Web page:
By now in comic-book history, Gotham’s probably beyond the usual amount of jokes about ridiculously high crime-rates and killer clowns run amok, but the unusually stupid mayoral decisions in Arkham City really take the cake. Rather than simply breaking the necks of all the psychos Batman never redeems or rehabilitating Gotham’s scumbags with real, medically proven treatments, Carl Rove lookalike Mayor Quincy Sharp imprisons all of Gotham’s worst gangs right in the heart of the city’s worst neighboring slums. Does it save extra prison space? Heck yeah. Does it make any voter feel safe living a block away from a laughing serial killer in clown makeup; an icy mad scientist in an hazmat suit; a half-burnt, ex DA; and a giant play-doh monster?! Heck--no?

The answer to that sticky wicket would be simple to the insane former head of an insane asylum: stick another crazy guy in charge of all the other crazy guys. Yes, the aptly named Hugo Strange is put right over all of his new psycho prisoners to make sure that only he can bombard Gotham from black Chinook helicopters. Guess all those tinfoil wearing conspiracy theorists would’ve been right if not for Batman’s punching in Hugo’s teeth and foiling that dastardly plot. 

Such an idiotic plot only demanded what would most certainly be the fastest mayoral recall election in history, or should. After all, who cares if dangling Mr. Sharp and his most assuredly wet pants over a railing was technically illegal? Gotham needs a mayor it deserves. . . but not the one it doesn’t need. 

5. The Mushroom Kingdom's Royal Pains (Mario Series)

The Mushroom Kingdom’s hopelessly unstable monarchy might very well be the ugly poster child of all video-game governments. Kidnappings, assault, arson, and intrigue are all as commonplace for Princess Peach’s rule as Mario’s actual plunging toilets isn’t. Don’t let the Disney Princess look fool you: the reigning matriarch’s picturesque castle is about as vulnerable a hotspot for chaos as unlocked coin blocks. Worse, its denizens only possessions seem to be bombs and performance enhancing drugs and their only life pursuit a xenophobic war against minority turtle races. 

It’s little wonder then that routine government shutdowns occur almost daily, what with the literal absence of your supreme monarch and all. It’s all the more suspicious that Peach’s near-begging for abduction conveniently incurs Mario and his sibling’s perpetual war against the Koopa Kingdom. . . as if it was all a staged hoax to continue its poor Toads’ blind allegiance towards totalitarian war regimes.

Nevertheless, peace is always quickly resolved thanks to players’ mad platforming skillz and a few extra lives. Still, a subsequent disaster is always around the next corner thanks to one Toad butler’s constant calls for criminal backround checks on Koopa immigration falling on Peach’s deaf, expensively bejeweled ears. 

3. Shinra's Demise (Final Fantasy VII) 

Final Fantasy’s brand name invokes feelings of majestic, fairy tale experiences. Final Fantasy VII’s nightmarish universe recalls that of a corporate engine gone awry in the worst way possible. If you think Wallstreet’s already monopolizing mainstreet’s interests, then check out the planet Gaia’s problems. Its city of Midgar’s ashen clouds of industrial waste and brutal police state are as anti-environmental and civil liberties as you can ask for. What’s a world to do? Rally together the best Occupy Wall Street gang you can get. 

The pitifully sorry group you start out with is intimidatingly puny. A spiky haired simpleton, a too short for shorts clad female hipster, a grizzled rappa who don’t rap wit a sweet arm cannon, and a couple of dudes named after Star Wars pilots don’t add up to much. Like a certain Corellian smuggler’s sweet ride, however they got it where it counts.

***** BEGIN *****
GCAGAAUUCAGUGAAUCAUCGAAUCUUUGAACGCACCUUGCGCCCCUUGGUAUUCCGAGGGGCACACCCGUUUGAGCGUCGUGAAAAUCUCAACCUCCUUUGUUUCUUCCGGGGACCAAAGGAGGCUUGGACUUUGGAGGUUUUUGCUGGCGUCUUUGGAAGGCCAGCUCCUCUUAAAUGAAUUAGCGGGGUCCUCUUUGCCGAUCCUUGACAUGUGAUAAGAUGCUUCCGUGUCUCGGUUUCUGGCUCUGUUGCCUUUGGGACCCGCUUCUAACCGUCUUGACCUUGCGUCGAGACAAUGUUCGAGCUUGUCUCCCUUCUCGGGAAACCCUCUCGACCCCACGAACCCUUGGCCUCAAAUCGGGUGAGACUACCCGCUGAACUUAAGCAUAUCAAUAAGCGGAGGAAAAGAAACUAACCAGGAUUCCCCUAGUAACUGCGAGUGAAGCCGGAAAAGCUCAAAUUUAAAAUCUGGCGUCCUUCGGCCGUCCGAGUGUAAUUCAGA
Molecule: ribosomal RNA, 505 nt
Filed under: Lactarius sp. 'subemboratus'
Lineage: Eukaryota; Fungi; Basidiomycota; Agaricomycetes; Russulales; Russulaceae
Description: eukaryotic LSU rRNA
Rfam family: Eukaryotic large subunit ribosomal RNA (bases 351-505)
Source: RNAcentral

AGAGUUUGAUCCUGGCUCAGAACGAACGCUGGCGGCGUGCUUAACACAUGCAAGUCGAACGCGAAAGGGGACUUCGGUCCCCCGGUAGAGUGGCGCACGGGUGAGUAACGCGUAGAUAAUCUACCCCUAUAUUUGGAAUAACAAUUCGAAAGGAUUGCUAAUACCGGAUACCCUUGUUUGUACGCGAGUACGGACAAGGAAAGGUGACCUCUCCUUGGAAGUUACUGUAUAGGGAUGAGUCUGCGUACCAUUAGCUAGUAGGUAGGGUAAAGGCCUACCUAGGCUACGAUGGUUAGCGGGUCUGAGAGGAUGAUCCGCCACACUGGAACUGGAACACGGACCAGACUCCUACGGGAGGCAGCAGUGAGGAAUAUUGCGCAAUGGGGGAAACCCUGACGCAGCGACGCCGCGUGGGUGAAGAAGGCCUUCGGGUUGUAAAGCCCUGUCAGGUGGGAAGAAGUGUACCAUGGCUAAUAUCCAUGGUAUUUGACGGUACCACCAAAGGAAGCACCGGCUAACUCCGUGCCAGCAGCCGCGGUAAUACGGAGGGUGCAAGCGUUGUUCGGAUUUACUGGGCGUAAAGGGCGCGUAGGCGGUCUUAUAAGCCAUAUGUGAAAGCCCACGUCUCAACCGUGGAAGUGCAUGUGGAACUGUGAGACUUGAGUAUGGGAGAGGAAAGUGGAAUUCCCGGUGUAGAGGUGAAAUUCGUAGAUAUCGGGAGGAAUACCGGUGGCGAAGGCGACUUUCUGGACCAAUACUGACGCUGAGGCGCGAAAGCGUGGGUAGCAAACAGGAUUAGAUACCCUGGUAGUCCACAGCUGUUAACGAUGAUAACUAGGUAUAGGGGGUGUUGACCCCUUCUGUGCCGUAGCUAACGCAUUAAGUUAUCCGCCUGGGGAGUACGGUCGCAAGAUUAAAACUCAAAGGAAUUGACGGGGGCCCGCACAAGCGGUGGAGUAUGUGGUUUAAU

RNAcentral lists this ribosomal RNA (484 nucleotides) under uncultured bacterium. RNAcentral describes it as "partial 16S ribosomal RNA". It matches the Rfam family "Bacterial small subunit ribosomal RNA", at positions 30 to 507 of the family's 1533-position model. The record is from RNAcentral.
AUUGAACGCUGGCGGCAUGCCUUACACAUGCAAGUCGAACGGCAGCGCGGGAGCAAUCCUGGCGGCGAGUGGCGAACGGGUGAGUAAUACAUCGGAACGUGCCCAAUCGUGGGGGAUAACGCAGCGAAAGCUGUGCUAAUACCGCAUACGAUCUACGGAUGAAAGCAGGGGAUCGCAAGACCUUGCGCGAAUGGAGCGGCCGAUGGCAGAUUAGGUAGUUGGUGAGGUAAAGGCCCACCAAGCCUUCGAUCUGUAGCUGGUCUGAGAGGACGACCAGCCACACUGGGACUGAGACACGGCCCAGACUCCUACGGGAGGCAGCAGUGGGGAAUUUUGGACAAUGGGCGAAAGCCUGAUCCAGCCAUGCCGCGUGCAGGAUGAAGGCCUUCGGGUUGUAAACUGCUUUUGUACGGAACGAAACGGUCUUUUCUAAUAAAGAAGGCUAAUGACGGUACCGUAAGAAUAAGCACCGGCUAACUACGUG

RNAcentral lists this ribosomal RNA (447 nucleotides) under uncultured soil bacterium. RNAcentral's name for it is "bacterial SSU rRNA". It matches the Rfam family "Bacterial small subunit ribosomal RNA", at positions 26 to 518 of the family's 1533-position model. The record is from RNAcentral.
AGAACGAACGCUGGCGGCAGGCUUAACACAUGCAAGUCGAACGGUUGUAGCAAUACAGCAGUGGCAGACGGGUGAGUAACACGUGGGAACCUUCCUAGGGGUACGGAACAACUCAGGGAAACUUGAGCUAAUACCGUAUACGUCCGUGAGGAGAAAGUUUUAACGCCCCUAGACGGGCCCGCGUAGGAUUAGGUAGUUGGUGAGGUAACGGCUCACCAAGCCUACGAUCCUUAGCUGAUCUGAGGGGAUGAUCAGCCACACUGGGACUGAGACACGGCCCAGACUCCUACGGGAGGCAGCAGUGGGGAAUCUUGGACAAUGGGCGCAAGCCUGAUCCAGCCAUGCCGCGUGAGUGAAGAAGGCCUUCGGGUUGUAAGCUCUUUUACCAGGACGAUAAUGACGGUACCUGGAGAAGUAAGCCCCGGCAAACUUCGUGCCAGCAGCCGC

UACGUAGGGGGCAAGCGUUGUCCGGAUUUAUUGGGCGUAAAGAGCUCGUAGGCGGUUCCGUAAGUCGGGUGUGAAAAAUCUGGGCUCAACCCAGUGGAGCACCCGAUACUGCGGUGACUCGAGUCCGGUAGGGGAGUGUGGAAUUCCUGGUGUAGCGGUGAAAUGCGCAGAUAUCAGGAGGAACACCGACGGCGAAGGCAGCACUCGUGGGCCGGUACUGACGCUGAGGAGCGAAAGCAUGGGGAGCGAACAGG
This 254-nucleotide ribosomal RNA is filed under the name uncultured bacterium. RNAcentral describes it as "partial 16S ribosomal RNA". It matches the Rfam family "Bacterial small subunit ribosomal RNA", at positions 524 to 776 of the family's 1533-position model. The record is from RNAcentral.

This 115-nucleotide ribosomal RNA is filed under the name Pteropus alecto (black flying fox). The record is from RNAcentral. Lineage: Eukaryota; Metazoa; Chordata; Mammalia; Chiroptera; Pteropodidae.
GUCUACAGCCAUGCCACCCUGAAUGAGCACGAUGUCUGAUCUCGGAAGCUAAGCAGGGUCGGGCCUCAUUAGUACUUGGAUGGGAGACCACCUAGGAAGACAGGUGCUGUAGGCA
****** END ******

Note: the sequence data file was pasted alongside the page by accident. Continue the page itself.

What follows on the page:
The rebel team of Avalanche do in Shinra’s no-good doings and through heartache and sacrifice, democracy triumphs over the big bad corporate wolf. What’s not to love about JRPG’s sociopolitical speak?

2. Rapture's Downfall (Bioshock)

For a place that’s technically built on no governments allowed, Rapture embodies a hypocritical iron-fisted freedom that’s only understood by the twisted mind of Andrew Ryan. Rather than let his citizenry do enjoy anything they earn by the sweat of their own brow, he instead allows killer diving-suit men with pointy drills and scare-your-pants-off little girls tempting you with something other than cookies in the wake of his once beautiful city’s collapse. That’s the worst post-government shutdown if I ever saw one. Well, especially since there was no government in principle to begin with. 

Though the mystery behind Rapture’s uncanny demise is up to your own imagination and its philosophies up to your own interpretation, one thing’s clear: don’t be injecting random drugs in to your system. You don’t know where that freaking stuff came from. Crazy person! 

    1. Outer Heaven's Defeat (Metal Gear Solid 4)

Libertarians and progressive routinely speak out against the military industrial complex’s grip over federal legislation and Hideo Kojima might just be listening to them more than we think, given MGS 4’s fantastically evil embodiment of it. Perhaps born out of The Big Boss’s best intentions, Outer Heaven’s origins may be firmly rooted in freeing the world’s armies from the grips of heartless governments, but at the cost of enslaving them to a just as mindlessly savage corporate power. 

Outer Heaven is a virtual government itself, arguably the greatest military might on earth by the very near date of 2014 and throwing around politicians and nations like rag dolls at a whim under Liquid Ocelot’s villainous stache. At best, Outer Heaven symbolizes the dream of uninhibited free enterprise, and at its unspeakable worst, it represents the same hunger for abusive power that gives way to monopolies, federal or financial. 

Lucky for the world that it had one last, dying Snake to save it from total self-destruction in the ultimate government shutdown ever portrayed on a tv screen. As Outer Heaven’s mechs collapsed and its soldiers out of a job thanks to Snake and company’s efforts, the world could now see a new dawn coming out of the darkness. . . or at least Revengeance’s cyborg slaughter screwed it up 4 years later. Screw you Senator Armstrong. 


Thanks for reading my inane little political bantering and leave your comments down below. Did you laugh, did you cry, did you learn something, or simply scratch your head in bewilderment at this blog of fancy? Remember: gaming is by the people and for the people. Government: don’t go messing with the wrong people now, ya hear?